Not everyone wants two families
But there’s a darn good reason most people don’t want two families. It divides your loyalties, and it’s hard to prioritize when you have divided loyalties. To accommodate this, there needs to be a corresponding cultural shift in the home, something the Sandberg profile also illustrates.
She said, “The No. 1 impediment to women succeeding in the workforce is now in the home. . . . Most people assume that women are responsible for households and child care. Most couples operate that way — not all. That fundamental assumption holds women back.” The second impediment is guilt, she said. “I feel guilty working because of my kids. I do. I feel guilty. In my TED talk, I’m talking to myself, too. I’m not just talking to other people. I have faced every one of those things myself.”
As women play a greater role in the professional world, they also tend to expect more from their partners at home. So when Sandberg talks about her husband sharing the workload, that’s not an idle comment — it’s essential to her success. But it also allows her husband to achieve a level of participation in his home life that many of today’s younger men say they want. And when both partners are trying to have it all instead of just women, the social dynamic changes, ideally in a way that allows more women to take on leadership roles without being stigmatized for having a family.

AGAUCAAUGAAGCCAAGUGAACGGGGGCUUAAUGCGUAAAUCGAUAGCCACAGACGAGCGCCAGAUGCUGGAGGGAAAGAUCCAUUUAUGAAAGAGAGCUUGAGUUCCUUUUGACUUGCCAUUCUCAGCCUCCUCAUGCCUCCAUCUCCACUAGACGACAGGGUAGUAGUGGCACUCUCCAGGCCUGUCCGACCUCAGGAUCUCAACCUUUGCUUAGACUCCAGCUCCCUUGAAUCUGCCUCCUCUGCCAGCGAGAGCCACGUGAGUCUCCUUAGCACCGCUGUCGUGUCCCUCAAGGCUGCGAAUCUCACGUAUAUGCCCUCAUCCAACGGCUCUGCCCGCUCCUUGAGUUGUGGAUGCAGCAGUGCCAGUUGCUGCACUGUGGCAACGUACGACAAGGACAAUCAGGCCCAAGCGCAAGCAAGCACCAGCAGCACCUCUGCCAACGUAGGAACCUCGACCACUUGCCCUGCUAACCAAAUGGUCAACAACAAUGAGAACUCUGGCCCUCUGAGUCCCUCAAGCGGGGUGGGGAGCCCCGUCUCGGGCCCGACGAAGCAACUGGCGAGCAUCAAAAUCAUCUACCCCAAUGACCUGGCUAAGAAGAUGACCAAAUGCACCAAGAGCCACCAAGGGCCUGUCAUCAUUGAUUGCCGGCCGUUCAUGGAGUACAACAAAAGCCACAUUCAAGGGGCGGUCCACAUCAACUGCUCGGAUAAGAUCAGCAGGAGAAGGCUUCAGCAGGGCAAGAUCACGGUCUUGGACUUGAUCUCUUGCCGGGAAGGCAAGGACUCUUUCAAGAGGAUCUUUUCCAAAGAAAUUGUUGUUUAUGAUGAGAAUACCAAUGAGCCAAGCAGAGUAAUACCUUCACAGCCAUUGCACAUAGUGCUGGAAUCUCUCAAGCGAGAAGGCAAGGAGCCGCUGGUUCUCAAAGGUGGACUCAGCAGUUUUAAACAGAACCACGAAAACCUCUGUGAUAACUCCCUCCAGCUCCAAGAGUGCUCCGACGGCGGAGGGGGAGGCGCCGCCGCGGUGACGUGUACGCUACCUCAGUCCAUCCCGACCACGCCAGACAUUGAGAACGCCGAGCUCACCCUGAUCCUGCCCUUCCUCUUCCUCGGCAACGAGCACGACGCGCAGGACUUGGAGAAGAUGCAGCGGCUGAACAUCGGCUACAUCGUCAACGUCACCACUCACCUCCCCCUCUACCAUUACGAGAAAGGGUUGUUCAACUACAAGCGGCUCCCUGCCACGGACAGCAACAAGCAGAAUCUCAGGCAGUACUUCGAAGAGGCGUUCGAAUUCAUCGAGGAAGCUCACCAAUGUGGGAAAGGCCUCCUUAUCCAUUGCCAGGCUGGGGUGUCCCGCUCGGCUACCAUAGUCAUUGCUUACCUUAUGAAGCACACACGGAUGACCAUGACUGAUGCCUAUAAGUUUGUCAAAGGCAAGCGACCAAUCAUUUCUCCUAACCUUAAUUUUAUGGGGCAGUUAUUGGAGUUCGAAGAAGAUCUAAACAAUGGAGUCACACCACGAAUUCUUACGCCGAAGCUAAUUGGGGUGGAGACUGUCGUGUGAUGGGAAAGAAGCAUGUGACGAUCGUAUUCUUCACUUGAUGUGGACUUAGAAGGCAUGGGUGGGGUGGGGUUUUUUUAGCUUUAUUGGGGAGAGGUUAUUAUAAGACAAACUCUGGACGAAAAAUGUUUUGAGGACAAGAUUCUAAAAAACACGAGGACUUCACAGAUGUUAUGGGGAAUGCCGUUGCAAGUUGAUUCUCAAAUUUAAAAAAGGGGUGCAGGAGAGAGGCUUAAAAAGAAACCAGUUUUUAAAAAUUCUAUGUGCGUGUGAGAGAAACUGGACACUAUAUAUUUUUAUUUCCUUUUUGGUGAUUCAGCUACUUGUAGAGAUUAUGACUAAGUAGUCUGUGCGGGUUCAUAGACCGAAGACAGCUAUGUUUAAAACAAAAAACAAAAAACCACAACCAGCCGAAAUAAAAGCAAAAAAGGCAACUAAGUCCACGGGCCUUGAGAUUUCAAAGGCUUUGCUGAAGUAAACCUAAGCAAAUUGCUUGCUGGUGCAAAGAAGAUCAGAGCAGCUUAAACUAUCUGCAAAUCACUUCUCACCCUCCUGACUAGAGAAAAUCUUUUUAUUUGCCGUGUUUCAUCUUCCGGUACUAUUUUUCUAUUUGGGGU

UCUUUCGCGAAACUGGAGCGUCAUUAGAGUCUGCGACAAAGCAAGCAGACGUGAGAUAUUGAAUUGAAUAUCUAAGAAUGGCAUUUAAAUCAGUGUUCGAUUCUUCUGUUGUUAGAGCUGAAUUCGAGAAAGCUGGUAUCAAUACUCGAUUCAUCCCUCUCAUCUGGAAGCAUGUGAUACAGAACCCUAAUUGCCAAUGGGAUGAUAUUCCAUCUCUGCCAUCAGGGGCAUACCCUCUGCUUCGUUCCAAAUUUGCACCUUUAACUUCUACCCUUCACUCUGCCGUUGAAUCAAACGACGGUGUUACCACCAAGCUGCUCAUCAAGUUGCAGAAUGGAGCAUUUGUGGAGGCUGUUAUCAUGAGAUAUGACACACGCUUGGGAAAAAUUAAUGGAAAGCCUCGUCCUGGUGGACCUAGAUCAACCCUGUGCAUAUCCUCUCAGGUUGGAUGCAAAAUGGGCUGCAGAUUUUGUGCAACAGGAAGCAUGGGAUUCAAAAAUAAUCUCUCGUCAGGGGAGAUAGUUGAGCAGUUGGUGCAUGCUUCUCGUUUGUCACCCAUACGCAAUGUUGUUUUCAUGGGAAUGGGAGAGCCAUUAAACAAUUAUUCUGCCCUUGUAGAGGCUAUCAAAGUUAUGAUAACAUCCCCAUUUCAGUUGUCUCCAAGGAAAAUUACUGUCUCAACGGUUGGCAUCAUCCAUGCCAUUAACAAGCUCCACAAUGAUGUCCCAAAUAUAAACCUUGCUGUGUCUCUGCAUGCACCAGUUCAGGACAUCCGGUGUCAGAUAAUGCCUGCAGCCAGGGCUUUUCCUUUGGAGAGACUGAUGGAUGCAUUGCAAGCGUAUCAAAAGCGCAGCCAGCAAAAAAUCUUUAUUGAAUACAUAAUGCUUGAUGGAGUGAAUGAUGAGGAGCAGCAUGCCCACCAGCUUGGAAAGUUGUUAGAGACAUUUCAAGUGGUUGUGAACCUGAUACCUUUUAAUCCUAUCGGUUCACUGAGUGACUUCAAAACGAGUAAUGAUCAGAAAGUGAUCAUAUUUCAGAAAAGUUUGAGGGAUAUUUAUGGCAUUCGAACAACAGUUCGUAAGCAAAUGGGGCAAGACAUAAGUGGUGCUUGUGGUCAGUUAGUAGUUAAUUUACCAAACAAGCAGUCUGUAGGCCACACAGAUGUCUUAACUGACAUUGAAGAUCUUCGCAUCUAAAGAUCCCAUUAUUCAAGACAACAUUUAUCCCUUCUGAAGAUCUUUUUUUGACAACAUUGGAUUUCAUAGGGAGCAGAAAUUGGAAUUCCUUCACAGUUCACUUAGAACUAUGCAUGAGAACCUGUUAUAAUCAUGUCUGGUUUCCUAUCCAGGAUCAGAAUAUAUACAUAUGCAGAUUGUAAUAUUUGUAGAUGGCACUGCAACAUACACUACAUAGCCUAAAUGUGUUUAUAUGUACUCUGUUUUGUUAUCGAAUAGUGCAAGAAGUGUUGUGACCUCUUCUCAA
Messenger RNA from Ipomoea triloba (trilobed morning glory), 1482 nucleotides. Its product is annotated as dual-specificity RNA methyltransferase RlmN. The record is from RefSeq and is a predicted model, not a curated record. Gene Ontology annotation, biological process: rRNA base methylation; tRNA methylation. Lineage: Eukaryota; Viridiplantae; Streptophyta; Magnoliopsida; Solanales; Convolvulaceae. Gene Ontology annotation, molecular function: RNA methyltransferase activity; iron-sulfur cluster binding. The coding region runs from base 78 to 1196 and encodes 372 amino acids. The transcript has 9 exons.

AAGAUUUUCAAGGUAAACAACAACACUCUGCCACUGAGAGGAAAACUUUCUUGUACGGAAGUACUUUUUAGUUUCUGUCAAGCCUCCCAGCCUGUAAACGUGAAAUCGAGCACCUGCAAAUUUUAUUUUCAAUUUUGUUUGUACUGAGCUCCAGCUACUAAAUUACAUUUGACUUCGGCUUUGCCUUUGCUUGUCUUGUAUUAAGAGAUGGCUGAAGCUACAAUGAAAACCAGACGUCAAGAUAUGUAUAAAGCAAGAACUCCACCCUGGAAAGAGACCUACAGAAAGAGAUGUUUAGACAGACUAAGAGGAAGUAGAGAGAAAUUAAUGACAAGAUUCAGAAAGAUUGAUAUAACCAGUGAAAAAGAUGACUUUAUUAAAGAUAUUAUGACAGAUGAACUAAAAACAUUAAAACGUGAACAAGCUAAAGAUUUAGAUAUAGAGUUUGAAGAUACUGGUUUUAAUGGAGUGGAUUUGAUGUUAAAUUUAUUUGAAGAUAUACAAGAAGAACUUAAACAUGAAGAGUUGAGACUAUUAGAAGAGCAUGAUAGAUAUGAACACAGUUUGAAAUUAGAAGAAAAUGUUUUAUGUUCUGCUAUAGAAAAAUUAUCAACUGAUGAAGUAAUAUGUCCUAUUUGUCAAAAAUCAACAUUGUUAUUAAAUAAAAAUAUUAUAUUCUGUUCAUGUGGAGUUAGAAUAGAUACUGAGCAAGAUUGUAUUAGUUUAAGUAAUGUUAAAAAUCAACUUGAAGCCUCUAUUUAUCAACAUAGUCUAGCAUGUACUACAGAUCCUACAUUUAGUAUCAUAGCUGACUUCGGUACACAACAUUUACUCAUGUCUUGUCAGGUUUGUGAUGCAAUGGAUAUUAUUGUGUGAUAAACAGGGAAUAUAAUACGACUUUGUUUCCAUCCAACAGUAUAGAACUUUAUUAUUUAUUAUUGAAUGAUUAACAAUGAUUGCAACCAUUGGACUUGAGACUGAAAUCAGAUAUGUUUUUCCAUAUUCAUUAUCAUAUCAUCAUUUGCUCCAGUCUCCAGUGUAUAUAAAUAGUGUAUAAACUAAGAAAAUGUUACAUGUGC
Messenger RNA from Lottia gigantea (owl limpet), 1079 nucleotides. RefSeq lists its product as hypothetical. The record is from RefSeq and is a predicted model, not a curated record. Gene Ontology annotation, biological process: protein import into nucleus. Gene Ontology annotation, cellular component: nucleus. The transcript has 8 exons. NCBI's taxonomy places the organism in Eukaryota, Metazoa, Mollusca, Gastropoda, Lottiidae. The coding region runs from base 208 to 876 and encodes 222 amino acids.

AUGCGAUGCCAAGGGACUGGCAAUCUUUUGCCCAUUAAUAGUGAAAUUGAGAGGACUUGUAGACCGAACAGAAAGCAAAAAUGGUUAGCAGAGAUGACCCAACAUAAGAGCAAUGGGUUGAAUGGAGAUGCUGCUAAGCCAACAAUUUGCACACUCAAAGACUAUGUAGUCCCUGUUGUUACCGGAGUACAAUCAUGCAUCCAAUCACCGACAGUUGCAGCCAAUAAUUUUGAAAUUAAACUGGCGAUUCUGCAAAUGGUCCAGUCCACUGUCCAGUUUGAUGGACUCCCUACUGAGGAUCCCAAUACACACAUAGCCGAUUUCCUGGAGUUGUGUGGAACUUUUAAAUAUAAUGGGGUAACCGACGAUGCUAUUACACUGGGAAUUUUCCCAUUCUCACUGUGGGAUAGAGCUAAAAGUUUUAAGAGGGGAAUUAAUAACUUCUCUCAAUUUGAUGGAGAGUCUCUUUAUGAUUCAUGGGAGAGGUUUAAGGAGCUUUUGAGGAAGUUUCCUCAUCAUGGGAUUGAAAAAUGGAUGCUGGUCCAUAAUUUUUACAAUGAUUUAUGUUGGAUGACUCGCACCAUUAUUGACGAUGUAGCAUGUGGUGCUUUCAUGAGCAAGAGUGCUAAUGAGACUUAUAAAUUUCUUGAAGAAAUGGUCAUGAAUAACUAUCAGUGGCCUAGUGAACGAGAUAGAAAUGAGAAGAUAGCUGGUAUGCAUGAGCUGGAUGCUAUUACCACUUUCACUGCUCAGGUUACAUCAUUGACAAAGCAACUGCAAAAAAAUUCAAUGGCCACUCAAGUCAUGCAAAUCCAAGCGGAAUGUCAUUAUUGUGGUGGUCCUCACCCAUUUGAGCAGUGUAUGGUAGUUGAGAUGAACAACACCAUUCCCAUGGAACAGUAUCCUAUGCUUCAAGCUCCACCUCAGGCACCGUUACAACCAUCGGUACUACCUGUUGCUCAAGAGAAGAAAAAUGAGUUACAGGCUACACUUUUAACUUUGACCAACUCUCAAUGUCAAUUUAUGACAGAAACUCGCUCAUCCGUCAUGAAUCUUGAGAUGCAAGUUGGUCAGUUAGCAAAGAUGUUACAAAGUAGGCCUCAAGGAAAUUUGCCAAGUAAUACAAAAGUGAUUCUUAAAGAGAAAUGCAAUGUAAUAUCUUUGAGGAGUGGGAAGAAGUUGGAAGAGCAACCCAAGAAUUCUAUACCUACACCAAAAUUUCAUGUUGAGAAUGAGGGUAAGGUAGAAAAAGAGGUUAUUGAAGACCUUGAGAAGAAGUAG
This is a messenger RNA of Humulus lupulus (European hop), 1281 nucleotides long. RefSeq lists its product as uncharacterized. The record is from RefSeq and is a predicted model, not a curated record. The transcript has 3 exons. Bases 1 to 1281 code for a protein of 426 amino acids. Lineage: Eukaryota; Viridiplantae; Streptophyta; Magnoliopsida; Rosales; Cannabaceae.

That works on a macro level. But it’s the day-to-day — or sometimes, minute-by-minute — conflicts that put the true pressure on both work- and home-families, making me (and I’m sure other people like me) wonder why we even bother trying to balance both. Something as simple as a huge story breaking on weekend when your husband is out of town creates instant conflict. But when it works, it’s the most satisfying feeling in the world, and as a skilled worker, I can’t imagine going back to some nine-to-five existence where my projects and priorities are dictated by others instead of something I care deeply about.
Image courtesy of the World Economic Forum.